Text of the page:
Parents & Siblings

Mother and child with facial palsyParents of children with facial palsy

Facial palsy is a rare condition, even more so when it occurs at birth or during childhood. Because of its rare nature, and the fact that it sometimes takes a while to confirm an exact cause or diagnosis, it can be an extremely worrying time for parents who are often unsure of whether this is a permanent or temporary condition. You can find more information here about children and facial palsy:

The overriding emotion that appears to felt by mothers of children born with facial palsy is one of guilt. Many question themselves as to whether they did something wrong during pregnancy or could have prevented this in some way. This is a very normal feeling.

‘I was born with facial palsy but I also have a child who was born with a physical disfigurement which has required several surgeries. The guilt I feel as a mother, worrying whether perhaps I did something to cause my son’s problems, is far worse than how I feel about my own facial palsy. Knowing that I have somehow accepted my face the way it is helps reassure me that my son will also accept his differences. It’s helped give me some perspective.’

Parents of children with facial palsy report the following concerns:

  • Difficulty in coping with their child’s feelings about facial palsy.
  • A tendency to blame themselves for what has happened.
  • Worrying about how to talk about facial palsy with their child, without sounding patronising.
  • Being unsure of how to deal with other people’s questions about their child’s face.
  • Lack of information about facial palsy and not knowing how to access specialist medical help.
  • Struggling to reassure their child they do not look as bad as they perceive themselves. Trying to help a child with facial palsy gain some perspective is difficult. Adults know that people stare for all kinds of reasons, it may be nothing to do with facial palsy, but it is hard to convince children of this.
  • Worries that their child may be bullied.
  • Sadness when their child gets older and becomes more self-conscious, watching them trying to hide their facial palsy by not smiling or laughing so much.
  • Where birth trauma is the cause of facial palsy, the baby’s delivery may well have been rushed or traumatic in some way. Some mothers report feelings of confusion, feeling rushed through consent procedures and not being fully prepared for the fact that things can go wrong. It is therefore important that mothers are fully supported by health professionals when a baby is born with facial palsy, and that the condition is discussed sensitively, taking great care not to let the mother feel it is in some way her fault.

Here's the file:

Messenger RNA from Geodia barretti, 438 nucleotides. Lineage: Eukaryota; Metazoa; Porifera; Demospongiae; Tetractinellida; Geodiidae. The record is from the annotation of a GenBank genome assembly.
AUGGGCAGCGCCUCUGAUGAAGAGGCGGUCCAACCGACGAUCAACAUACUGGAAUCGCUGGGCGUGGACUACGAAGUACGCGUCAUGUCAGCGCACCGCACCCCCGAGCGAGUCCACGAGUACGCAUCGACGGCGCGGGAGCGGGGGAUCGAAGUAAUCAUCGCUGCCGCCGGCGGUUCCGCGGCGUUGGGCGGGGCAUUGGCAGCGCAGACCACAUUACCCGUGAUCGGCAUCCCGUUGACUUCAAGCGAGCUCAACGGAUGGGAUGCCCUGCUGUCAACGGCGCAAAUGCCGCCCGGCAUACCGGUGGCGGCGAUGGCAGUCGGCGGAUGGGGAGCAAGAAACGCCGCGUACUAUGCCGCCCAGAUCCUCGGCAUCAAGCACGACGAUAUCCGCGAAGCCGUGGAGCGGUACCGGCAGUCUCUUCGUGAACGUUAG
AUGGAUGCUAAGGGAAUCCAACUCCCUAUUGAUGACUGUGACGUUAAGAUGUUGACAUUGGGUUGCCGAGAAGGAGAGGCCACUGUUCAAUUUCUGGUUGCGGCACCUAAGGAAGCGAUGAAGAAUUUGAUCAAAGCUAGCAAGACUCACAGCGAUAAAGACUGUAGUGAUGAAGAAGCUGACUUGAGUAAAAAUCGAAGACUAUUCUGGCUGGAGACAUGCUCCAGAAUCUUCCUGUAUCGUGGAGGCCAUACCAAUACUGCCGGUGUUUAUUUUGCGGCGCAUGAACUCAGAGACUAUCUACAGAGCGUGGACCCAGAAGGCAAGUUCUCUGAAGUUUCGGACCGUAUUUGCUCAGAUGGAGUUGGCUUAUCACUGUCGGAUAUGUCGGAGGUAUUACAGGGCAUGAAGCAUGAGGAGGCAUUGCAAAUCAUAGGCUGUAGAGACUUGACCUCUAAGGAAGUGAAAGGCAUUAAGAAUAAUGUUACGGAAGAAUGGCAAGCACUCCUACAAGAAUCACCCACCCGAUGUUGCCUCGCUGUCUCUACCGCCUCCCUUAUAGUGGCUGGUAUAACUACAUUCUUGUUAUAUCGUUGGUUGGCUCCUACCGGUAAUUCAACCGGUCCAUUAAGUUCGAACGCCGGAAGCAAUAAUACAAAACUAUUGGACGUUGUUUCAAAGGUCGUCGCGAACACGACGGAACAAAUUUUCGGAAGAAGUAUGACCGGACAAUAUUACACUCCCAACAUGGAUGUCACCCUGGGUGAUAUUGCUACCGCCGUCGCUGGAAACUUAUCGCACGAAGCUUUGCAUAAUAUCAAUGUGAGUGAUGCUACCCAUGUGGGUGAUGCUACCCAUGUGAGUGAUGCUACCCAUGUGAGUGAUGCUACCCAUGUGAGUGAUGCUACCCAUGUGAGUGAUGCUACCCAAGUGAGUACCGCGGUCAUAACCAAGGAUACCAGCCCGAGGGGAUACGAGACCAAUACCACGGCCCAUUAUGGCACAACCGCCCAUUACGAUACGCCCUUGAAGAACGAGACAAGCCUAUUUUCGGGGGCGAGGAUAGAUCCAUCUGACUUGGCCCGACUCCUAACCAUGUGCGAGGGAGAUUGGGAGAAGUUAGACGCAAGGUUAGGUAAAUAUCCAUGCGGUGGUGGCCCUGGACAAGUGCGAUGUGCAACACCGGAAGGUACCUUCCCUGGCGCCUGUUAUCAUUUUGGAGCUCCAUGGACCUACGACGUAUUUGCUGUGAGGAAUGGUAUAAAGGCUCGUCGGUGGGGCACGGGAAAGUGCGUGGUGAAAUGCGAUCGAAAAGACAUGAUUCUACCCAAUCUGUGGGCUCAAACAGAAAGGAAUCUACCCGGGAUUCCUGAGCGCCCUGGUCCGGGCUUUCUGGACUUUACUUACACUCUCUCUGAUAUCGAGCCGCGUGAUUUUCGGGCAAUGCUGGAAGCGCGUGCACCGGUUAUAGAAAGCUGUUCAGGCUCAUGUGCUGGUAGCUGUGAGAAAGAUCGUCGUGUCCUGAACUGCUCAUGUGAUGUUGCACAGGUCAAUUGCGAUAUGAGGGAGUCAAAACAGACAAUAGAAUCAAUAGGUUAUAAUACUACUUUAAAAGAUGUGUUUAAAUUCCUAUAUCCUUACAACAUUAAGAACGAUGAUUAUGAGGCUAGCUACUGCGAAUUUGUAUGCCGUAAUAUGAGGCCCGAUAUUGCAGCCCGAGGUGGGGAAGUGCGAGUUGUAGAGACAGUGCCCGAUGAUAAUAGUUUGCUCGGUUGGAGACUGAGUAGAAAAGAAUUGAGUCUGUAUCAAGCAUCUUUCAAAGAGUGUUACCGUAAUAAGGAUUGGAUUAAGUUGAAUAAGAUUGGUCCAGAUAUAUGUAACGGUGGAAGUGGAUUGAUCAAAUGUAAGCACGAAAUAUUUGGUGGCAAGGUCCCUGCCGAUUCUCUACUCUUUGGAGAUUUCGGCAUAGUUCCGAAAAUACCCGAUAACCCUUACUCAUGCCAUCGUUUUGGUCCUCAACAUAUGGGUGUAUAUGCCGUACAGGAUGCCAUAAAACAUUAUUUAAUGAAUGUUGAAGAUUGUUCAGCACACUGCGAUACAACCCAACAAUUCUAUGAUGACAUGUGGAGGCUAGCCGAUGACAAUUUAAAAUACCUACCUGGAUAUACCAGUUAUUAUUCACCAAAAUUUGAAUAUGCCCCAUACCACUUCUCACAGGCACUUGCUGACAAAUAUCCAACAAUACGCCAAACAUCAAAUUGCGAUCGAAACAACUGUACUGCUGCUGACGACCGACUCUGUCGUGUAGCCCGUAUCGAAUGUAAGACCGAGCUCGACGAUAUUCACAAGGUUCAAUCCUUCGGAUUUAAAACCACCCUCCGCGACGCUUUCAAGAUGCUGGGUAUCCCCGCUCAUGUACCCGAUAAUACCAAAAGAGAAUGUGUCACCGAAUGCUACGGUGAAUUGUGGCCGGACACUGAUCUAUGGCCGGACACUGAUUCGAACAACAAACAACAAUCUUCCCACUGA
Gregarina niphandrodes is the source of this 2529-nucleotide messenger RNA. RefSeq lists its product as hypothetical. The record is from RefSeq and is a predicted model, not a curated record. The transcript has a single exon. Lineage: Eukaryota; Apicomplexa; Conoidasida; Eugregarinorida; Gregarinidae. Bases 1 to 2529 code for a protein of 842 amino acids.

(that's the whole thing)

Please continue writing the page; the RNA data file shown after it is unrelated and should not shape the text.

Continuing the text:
‘Of course I asked myself if I had caused this in any way. You do feel very lonely not knowing other parents who have been through this.’

‘It is only recently since doing our own research and speaking to other people in an online support group that I have found out there are other options which could help my daughter with Bell’s palsy. The relief from finding this out is amazing…’

Support available

Our main support groups cater for people over the age of 18, or 16 and over if accompanied by an appropriate adult. We don’t recommend bringing children to adult support group meetings because some of the discussions may be inappropriate, e.g. discussions about surgery may frighten a young child.


When there is a child with facial palsy in the family, this may or may not have an effect on siblings. Young children are generally very accepting of people, often more so than adults. Some siblings will not even realise there is something different about their brother or sister’s face and it may come as a surprise to them when people ask questions.

Child with facial palsy and siblings

Most parents make an effort to ensure life is as normal as possible, so that the child with facial palsy feels no different to their brothers or sisters. However, a sibling of a child with facial palsy may experience the following:

  • Protectiveness for their brother or sister with facial palsy.
  • Other people making unkind comments about their brother or sister’s face.
  • Jealousy if more attention is paid to their sibling.
  • Resentment – if there are lots of hospital appointments which they also have to attend, or which take their parents away from home.
  • Confusion – if they don’t understand facial palsy and any related problems.

Most of the above are normal feelings that all siblings can have, regardless of facial palsy. However, it is important to be honest and open with siblings about facial palsy, so they learn the correct facts from their parents and do not make their own assumptions, or believe incorrect information they may hear from others.


Meeting a facial palsy specialist soon? For more information on what you might experience when meeting a facial palsy specialist read our blog about the facial palsy clinic at Alder Hey.

Externally Linked Articles:

Parents & Carers Facebook Group (Ext. Link - opens in new window)

Private Facebook support group for parents and carers of children with facial palsy, operated by Facial Palsy UK.

Last reviewed: 25-10-2022    ||    Next review due: 25-10-2026